Earl Dexter on Food: Mex on the Beach

Okay let’s face it: tequila is not the finest tasting liquid known to man, woman or beast. If it did not taste like nail varnish and paint-stripper, this stuff would surely not have to be consumed in one blistering salt-laced gulp chased with a bite of lemon, would it?

However, I never hit the road without a bottle or two of tequila. Used for medicinal purposes, tequila is a handy disinfectant for flesh wounds, no matter how questionable their origin may be. A bottle of tequila is also a hugely effective negotiating tool when facing surly border-post officials in Southern African countries. Tequila helps to start camp-fires in the most rainy of seasons and held at the neck, an empty tequila bottle is a nifty weapon for defence as well as attack. The two pimps who tried to con me out of a cell-phone in Mombasa might remember this.

Tequila’s major purpose, however, is its inspiration in assisting you – the on-the-road gringo – to cook some Mexican-inspired food. Mexican chow is some of the finest eating around. It’s simple, tasty, filling. And fun to prepare once you have knocked back a Tequila Sunrise or two.

For this you take: One shot tequila, poured into tall glass. A couple of drops of grenadine. (That’s the red, syrupy stuff so popular in gay-looking cocktails.) Add ice. Fill glass to the top with orange juice and stir.

And there you go! Just be forewarned: If you are cooking, don’t drink more than three of these babies beforehand. Passing-out in the campfire is not as funny as it looks.

Right. Mexican food starts with guacamole. You are going to make some to keep your guests entertained while you get cracking on the real stuff.

Guacamole for 6 requires:

4 fully ripe avocados

2 tablespoons lemon juice

1 clove garlic, crushed to a pulp

1 medium tomato, skinned and chopped

1 teaspoon Tabasco

Peel avocados, remove pips and place in a bowl. (The flesh, dude, not the pips.) Mash avocados with the back of a fork. Add all the other stuff and keep mashing until you have a green pasty-looking kind of think. This may appear suspect, I know. But plonk it on the table next to a packet of sturdy chips and tell the folk to use the guacamole for a dip. That should shut them up.

Now, chilli con carne – loosely translated as chilli with meat – is not exactly Mexican. This staple dish of the American south-west was, however, surely inspired by the millions of illegal Mexican immigrants residing in this part of the world. But it is a major important culinary feature of Texas and New Mexico where people have their character, mental stability and creditworthiness judged on their ability to make a good pot of chilli con carne. It is hell of a tasty, easy to make and the perfect outdoorsy meal.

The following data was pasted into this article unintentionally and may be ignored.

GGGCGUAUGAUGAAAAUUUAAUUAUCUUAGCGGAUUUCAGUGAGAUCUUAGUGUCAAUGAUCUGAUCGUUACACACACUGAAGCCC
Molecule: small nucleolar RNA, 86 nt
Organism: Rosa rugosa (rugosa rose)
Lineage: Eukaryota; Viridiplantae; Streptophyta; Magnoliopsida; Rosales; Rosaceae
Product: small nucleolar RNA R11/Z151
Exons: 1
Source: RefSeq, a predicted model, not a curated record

For my version of this classic for 6 people I take:

1½ kg lean beef steak mince. (Please, take the trouble to select decent mince. Upon purchase you should inspect the product closely to ensure the meat is red, not too finely minced and is free of suspect looking un-meaty organs such as eyeballs or nostril flaps.)

1 tin tomatoes, drained and chopped

1 huge onion, chopped

3 cloves of garlic, finely chopped

1 small tin tomato paste

1 teaspoon oregano

1 teaspoon salt

1 teaspoon sugar

1 cup dry white wine

1 tin kidney beans

Notice something missing from the above ingredients? What – no chilli! Well, let’s stand still on this crucial topic for uno momento.

This dish, chilli con carne, can be made fiery enough to blister a tractor tire or mild enough to be spoon-fed to a baby of eight weeks. The amount of vooma you put into the pot will depend on the chilli-tolerance of those for whom you are cooking.

That is point number one.

Point number two is never, ever use pre-prepared chilli sauces in the place of the real thing, namely a couple of fresh chillis or some dried chilli powder. Those bottled sauces or chilli pulps contain vinegar and spices and other things that are going to put your expertly cooked dish out of balance.

For a reasonably spicy version, I will add 4 medium-sized fresh red or green chillis, chopped, to the above ingredients or three heaped teaspoons of pure chilli powder. And no: I don’t remove the pips. But if I’m with my chilli-loving amigos, we go ballistic.

Okay, so how’s that chilli con carne?

Heat your pot or potjie over coals or on gas. Pour in some vegetable oil – not olive – and wait for the oil to heat. Fry your onion and garlic in the oil until translucent, but not brown or crispy. Remove the onion and garlic from the oil and set aside. Add the mince to the pot, breaking it up and stirring the meat until it is well-browned all over. It should be loose and easy to stir, without any pink specks.

So far, so good. Now you return the fried onion and garlic to the pot and add the tomato and tomato paste, oregano, salt, chillis and the white wine. Make sure the stuff inside the pot is not cooking at too frenetic a pace, cover and sit back with a beer, carefully listening to your pot. It must be simmering slowly and gently to unleash and combine all those yummy flavours. Every once in a while you may open the lid to check what is happening, and if things start drying out, add some more white wine.

The longer you cook it, the better it gets. 2 hours is civilized, however, 3 perfect. Now add the beans and the teaspoon of sugar, stir, and let everything cook for another fifteen minutes.

Culinary expert that you are, you would have rustled up some rice by now. Remove the pot of chilli con carne from the fire and serve on rice with a few grinds of black pepper. And I tell you what, if you really want a satisfying dish, grate some cheddar cheese over the chilli.

Now you may add some of your favourite hot sauce, such as Tabasco.

Eat with a cold beer. Beer, I kid you not, has never tasted better.

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